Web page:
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Suffolk judge rules psychiatric records of Thomas Liming not admissible at trial

Thomas Liming of Islip, left, was charged in

Thomas Liming of Islip, left, was charged in November 2013 with killing Kyle Underhill, also of Islip, right, on Nov. 16, 2011. The two were classmates at Islip High School.

A judge has ruled that records of what a murder defendant told psychiatrists in court-ordered exams are off-limits at his trial, particularly because the Islip man on trial for killing a high school friend is not pursuing a psychiatric defense.

"The transcripts are not properly admissible," state Supreme Court Justice Mark Cohen said as he ruled on a prosecution request to put the records before the jury in the second-degree murder trial of Thomas Liming, 23.

Liming is accused of bludgeoning and strangling Kyle Underhill, 18, on Nov. 16, 2011, and burying him alive in a swampy grave in the woods off Brook Street in Islip. The two had been friends before they graduated earlier that year from Islip High School, but had a falling out. They had re-established contact a couple of months before the killing.

Before and during the trial, psychiatrists for both the defense and prosecution examined Liming in case he decided to pursue a defense with a psychiatric element to it. But defense attorney Joseph Corozzo said there will be no such defense, so anything his client said to the doctors should not be admissible.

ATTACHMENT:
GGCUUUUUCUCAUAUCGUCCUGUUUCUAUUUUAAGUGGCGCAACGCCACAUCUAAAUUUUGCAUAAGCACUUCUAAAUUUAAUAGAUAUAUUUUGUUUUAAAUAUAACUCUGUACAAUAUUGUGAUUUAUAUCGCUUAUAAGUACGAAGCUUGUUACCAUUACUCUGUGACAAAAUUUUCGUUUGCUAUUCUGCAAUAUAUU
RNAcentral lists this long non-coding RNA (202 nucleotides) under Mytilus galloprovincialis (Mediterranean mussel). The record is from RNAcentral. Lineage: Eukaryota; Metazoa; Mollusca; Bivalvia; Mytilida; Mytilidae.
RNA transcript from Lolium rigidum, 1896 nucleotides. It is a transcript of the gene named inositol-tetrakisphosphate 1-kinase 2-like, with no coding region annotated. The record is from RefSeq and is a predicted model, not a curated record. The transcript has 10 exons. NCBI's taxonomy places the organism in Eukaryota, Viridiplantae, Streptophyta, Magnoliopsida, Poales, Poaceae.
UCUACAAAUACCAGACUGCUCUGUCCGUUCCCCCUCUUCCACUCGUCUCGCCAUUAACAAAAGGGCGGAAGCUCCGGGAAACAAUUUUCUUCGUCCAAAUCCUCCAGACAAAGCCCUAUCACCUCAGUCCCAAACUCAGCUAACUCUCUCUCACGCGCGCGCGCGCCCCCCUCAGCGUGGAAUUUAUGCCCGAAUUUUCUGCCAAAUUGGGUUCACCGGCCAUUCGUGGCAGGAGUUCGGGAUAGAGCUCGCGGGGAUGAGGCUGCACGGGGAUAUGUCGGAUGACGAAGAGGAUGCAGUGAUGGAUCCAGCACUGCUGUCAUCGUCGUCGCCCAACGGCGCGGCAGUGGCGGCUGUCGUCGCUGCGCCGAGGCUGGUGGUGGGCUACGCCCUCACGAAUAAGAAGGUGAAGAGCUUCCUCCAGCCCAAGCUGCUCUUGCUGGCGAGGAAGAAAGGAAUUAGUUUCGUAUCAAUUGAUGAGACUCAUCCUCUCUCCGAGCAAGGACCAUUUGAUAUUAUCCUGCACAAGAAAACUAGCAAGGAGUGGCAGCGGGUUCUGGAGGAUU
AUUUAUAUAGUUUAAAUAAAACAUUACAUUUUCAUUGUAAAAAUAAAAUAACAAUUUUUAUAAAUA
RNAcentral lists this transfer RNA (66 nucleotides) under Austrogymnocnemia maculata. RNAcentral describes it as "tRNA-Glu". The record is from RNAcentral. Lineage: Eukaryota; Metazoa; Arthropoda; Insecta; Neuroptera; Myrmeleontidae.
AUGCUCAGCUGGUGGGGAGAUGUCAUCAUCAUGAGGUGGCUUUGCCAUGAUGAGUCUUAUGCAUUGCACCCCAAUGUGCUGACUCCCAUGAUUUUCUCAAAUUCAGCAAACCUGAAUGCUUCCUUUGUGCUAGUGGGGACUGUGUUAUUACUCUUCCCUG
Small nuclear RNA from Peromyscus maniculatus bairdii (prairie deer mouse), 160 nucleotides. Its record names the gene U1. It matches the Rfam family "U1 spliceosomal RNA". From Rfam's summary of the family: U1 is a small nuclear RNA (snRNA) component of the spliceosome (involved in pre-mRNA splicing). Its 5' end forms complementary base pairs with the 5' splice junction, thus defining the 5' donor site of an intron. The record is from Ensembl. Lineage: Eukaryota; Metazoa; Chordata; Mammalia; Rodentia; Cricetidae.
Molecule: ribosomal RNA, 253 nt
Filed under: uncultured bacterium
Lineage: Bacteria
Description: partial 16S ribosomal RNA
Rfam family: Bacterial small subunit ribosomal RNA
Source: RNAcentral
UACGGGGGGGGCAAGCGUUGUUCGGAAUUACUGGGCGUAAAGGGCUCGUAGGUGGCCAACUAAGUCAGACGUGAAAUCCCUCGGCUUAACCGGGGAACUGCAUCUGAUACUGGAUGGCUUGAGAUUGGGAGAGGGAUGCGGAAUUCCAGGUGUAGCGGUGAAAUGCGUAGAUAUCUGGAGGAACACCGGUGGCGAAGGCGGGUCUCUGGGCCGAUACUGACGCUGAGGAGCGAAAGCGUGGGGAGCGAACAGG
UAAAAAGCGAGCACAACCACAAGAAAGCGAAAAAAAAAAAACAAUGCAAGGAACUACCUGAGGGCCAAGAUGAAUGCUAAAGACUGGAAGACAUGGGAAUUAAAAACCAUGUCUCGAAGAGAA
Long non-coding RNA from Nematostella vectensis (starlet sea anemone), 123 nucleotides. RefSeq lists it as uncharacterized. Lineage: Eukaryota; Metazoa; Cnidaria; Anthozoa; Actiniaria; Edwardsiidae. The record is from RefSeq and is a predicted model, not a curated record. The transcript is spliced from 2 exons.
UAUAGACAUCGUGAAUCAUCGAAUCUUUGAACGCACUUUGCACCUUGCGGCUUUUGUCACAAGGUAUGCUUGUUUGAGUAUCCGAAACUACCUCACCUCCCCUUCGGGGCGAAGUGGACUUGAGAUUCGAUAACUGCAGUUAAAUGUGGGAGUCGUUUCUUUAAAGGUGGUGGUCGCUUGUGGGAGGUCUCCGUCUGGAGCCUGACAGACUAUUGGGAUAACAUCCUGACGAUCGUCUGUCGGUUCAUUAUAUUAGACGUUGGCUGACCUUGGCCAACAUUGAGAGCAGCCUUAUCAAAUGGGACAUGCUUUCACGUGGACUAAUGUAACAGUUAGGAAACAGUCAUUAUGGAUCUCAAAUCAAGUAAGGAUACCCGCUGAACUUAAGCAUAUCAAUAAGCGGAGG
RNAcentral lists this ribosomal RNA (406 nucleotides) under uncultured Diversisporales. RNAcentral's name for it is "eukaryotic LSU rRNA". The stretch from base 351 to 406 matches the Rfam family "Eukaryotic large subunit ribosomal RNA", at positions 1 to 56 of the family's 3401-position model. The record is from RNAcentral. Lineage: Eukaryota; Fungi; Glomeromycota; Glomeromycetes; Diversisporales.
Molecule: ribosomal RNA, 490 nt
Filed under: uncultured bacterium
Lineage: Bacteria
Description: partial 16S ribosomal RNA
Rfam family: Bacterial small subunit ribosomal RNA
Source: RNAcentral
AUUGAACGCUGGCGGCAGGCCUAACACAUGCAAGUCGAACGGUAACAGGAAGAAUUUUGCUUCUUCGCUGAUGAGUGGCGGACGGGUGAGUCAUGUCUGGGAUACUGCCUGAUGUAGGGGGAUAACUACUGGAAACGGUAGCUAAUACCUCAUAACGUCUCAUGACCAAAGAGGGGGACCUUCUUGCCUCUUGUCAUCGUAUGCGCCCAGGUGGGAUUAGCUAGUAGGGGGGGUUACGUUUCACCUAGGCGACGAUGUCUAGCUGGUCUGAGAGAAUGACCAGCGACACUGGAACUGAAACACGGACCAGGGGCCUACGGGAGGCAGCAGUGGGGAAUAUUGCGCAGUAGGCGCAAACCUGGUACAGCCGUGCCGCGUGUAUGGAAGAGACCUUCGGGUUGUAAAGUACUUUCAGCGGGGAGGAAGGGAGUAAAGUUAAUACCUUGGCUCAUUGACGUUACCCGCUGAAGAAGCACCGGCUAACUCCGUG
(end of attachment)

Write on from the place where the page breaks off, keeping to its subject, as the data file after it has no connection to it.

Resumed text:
"The defense in the case is justification," or self-defense, Corozzo said.

Last week, Assistant District Attorney Kathleen Kearon asked Cohen to let prosecutors use the transcripts because it showed that Liming was a depressed, angry and suicidal young man at the time -- which is how the defense has portrayed Underhill in the weeks before the killing.

Kearon noted that Liming told the psychiatrists he did not fear Underhill before that night and did not think of him as a fighter. Cohen ruled that prosecutors would be allowed to cross-examine any defense witnesses about whether they were aware that Liming did not fear Underhill.

Cohen also allowed the defense to enter into evidence a recording of the 911 call made by Liming's mother, Kim Liming, shortly after the killing, when she told police her son had been assaulted. After a police officer came to the house, an apparently uninjured Liming was telling him what happened when his mother, on the phone with an attorney, told her son to stop talking and asked the officer to leave.

Cohen said the 911 call is admissible because it shows what Kim Liming believed when she made the call and could rebut prosecution allegations that the entire Liming family helped cover up the crime.

To that end Monday, prosecutors introduced a timeline of the blizzard of phone calls the Limings made to each other, family members, friends and others in the days after the killing. Even before Kim Liming called 911 on Nov. 16, phone records show more than a dozen calls between family members after the killing.

The chart also included calls before the body was found from Underhill's mother to the Liming house, which apparently went unanswered.

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